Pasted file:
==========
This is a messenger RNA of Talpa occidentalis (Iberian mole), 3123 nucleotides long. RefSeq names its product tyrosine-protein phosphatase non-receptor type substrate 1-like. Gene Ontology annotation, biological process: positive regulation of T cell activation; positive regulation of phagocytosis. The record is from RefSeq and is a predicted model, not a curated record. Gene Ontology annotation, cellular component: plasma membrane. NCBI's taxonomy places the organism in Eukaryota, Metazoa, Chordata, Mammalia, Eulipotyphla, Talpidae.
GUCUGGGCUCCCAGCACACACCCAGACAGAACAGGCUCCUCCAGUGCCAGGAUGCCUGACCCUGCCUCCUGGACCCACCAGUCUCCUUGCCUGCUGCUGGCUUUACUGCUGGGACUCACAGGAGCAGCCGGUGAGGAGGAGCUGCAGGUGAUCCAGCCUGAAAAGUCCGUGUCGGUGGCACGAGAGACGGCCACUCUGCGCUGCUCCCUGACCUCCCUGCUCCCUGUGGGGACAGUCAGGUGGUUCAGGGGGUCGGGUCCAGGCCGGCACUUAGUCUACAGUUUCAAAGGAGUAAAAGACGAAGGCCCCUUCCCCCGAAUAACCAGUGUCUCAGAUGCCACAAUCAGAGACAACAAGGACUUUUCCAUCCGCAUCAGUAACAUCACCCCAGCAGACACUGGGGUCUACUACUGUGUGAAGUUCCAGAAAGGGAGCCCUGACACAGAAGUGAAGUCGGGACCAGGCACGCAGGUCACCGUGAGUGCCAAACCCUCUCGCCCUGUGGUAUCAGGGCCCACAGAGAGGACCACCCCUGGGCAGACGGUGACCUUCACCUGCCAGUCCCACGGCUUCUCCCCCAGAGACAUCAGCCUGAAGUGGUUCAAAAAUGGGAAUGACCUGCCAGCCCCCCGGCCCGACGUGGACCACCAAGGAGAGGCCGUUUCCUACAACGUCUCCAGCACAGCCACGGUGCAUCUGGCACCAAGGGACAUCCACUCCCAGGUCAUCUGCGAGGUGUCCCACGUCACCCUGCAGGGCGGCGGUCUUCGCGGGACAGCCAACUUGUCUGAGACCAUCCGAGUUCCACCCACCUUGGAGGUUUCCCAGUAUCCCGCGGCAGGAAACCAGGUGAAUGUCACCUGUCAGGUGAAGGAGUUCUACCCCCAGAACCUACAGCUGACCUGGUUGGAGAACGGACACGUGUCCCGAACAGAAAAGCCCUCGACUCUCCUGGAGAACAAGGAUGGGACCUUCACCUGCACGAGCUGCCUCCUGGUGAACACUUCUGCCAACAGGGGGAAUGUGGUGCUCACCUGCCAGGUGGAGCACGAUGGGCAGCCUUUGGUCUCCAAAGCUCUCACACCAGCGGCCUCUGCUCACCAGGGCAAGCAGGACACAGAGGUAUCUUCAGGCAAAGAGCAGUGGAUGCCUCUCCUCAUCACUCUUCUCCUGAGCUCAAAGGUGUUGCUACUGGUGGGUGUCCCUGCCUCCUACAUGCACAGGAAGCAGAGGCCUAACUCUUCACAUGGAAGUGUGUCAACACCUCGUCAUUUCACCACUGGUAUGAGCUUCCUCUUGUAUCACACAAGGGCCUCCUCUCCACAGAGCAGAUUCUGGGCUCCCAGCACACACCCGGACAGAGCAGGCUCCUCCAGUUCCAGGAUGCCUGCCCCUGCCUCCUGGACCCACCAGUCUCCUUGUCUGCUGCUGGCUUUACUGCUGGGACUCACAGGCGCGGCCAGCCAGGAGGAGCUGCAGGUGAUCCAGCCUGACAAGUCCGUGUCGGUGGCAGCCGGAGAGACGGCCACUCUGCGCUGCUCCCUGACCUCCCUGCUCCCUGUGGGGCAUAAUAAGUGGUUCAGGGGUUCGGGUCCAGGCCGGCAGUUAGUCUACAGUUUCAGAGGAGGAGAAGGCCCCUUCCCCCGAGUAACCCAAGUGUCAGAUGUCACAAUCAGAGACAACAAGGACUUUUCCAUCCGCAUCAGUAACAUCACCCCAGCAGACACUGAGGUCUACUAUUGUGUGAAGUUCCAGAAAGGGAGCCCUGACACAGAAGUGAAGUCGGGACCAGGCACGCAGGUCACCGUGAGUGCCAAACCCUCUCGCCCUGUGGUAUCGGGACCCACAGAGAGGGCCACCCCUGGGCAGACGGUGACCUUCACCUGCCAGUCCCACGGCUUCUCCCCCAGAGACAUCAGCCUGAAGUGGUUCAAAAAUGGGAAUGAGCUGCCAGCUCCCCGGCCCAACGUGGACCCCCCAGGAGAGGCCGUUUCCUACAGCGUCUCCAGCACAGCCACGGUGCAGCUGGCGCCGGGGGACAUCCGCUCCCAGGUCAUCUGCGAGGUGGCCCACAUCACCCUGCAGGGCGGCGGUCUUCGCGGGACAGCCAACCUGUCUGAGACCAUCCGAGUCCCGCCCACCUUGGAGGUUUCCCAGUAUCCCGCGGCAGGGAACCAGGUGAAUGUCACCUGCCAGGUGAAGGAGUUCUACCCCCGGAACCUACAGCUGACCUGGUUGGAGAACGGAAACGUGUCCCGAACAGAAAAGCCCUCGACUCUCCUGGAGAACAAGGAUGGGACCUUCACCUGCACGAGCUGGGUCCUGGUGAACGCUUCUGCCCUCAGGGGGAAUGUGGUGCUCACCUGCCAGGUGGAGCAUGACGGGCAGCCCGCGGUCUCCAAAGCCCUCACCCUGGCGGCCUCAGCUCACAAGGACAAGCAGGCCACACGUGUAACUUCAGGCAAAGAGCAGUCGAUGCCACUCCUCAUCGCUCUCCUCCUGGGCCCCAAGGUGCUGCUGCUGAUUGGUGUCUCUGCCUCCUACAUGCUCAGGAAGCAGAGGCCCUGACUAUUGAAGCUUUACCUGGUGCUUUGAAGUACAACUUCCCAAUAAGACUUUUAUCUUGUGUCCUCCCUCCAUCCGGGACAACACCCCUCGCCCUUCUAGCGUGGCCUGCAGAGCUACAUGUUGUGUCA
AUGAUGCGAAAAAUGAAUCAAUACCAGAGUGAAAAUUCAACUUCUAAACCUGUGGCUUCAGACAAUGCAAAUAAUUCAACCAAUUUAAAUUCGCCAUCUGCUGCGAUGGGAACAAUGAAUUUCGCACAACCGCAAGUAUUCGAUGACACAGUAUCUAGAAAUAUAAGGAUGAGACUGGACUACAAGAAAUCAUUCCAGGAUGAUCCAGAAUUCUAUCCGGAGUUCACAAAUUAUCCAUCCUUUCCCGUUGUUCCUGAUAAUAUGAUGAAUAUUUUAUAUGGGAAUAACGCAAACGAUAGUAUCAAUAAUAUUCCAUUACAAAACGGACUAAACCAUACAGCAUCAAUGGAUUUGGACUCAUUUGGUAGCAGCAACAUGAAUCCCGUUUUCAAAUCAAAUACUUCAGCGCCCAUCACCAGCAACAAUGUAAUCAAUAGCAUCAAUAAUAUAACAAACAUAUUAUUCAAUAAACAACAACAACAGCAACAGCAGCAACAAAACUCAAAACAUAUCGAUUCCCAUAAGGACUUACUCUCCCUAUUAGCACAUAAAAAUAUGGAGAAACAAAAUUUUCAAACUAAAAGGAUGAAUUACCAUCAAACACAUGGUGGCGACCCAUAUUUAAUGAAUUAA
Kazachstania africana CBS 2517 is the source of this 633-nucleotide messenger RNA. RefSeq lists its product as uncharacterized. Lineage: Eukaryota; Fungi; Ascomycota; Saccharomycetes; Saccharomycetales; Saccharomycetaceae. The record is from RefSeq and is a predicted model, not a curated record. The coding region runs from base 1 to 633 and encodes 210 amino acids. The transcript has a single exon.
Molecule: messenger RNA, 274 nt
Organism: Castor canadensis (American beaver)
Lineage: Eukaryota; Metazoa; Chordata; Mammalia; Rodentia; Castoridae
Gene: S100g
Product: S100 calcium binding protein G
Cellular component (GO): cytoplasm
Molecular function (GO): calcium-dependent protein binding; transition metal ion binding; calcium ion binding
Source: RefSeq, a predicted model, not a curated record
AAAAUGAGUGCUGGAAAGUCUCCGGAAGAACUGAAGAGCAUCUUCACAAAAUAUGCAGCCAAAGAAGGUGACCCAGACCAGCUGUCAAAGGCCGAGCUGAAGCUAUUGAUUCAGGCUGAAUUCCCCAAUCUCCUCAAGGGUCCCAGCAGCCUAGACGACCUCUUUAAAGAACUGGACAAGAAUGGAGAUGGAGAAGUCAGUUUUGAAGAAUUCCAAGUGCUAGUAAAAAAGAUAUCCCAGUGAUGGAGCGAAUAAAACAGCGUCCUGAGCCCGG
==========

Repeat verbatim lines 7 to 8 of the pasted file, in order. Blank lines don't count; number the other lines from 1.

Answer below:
Lineage: Eukaryota; Metazoa; Chordata; Mammalia; Rodentia; Castoridae
Gene: S100g